Posted on February 28, 2010 by Scott Kistler
John Piper’s yearly Sanctity of Life Sunday sermon, “Born Blind for the Glory of God,” contained this powerful quote from The Weekly Standard:
With the development of prenatal genetic diagnosis, the drive toward eugenics has returned with a vengeance. Americans may heartily cheer participants in the Special Olympics, but we abort some 90 percent of all gestating infants diagnosed with genetic disabilities such as Down Syndrome, dwarfism, and spina bifida.
It’s obviously not a new fact, but it’s a contrast that can’t be made often enough. I saw a little girl with Down Syndrome singing in the children’s choir at church this morning, and I have good friends whose beloved son is a teenager with Down Syndrome. It’s terrifying to think that in many families, they simply would not have been allowed to be born.
The article by Wesley Smith that Piper quotes can be found here.
Filed under: Sanctity of Life | Tagged: abortion, John Piper, people with disabilities, Wesley Smith | 3 Comments »
Posted on February 22, 2010 by Scott Kistler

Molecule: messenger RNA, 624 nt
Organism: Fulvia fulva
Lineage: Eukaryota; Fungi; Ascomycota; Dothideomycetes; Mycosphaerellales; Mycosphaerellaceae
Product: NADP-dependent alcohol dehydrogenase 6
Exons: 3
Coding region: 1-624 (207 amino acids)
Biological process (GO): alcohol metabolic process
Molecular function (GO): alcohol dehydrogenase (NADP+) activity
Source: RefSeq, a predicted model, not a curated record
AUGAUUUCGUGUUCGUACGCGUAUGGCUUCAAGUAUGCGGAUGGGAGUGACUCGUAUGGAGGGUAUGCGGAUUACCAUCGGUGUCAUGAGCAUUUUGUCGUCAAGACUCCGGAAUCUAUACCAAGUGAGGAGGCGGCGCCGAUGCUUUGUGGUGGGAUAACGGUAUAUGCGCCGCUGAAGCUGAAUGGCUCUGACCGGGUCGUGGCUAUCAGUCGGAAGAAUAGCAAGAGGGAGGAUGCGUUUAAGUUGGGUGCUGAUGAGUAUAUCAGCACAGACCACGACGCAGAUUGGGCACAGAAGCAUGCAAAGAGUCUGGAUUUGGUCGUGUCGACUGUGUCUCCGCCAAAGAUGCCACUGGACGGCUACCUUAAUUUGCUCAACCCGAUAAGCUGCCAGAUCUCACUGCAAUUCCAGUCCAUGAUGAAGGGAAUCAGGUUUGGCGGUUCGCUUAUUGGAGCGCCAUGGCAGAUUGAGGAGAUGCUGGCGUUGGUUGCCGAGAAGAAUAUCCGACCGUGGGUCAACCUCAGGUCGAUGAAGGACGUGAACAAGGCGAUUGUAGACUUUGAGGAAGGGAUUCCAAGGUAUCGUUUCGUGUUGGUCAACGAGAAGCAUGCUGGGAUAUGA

Empires of the Sea: The Siege of Malta, the Battle of Lepanto, and the Contest for the Center of the World recounts the struggle between the Ottoman Empire and shifting coalitions of European countries for control of the Mediterranean Sea. The first major event is the Ottoman assault on the island of Rhodes, controlled by the Knights of Saint John or the Hospitallers, a Crusading order that found its home on Rhodes (taking it from Greek Christians) after being driven from the Holy Land. The knights, now known as the Knights of Malta, had conducted piracy against the Ottomans and were the target of one of Sultan Suleiman the Magnificent’s opening campaigns. Ottoman Sultans tended to begin their reigns with campaigns against non-Muslims to justify their rule. In 1565, near the close of Suleiman’s reign, the Ottomans again attacked the stronghold of the Knights of Saint John, this time on Malta. Five years later, the navy of the Holy League, a coalition of Spanish, papal, and Venetian galleys, defeated the Ottoman in a major battle at Lepanto that mostly ended the Mediterranean wars. Crowley fills the accounts of these battles with great detail. The religious rituals and symbols of the rivals – Muslims chanting the Qur’an, Christian sails depicting Christ crucified, Muslim banners with the 99 names of God, the church service that commissioned Don Juan as commander of the Holy League – accompany grinding descriptions of siege and naval warfare. (more…)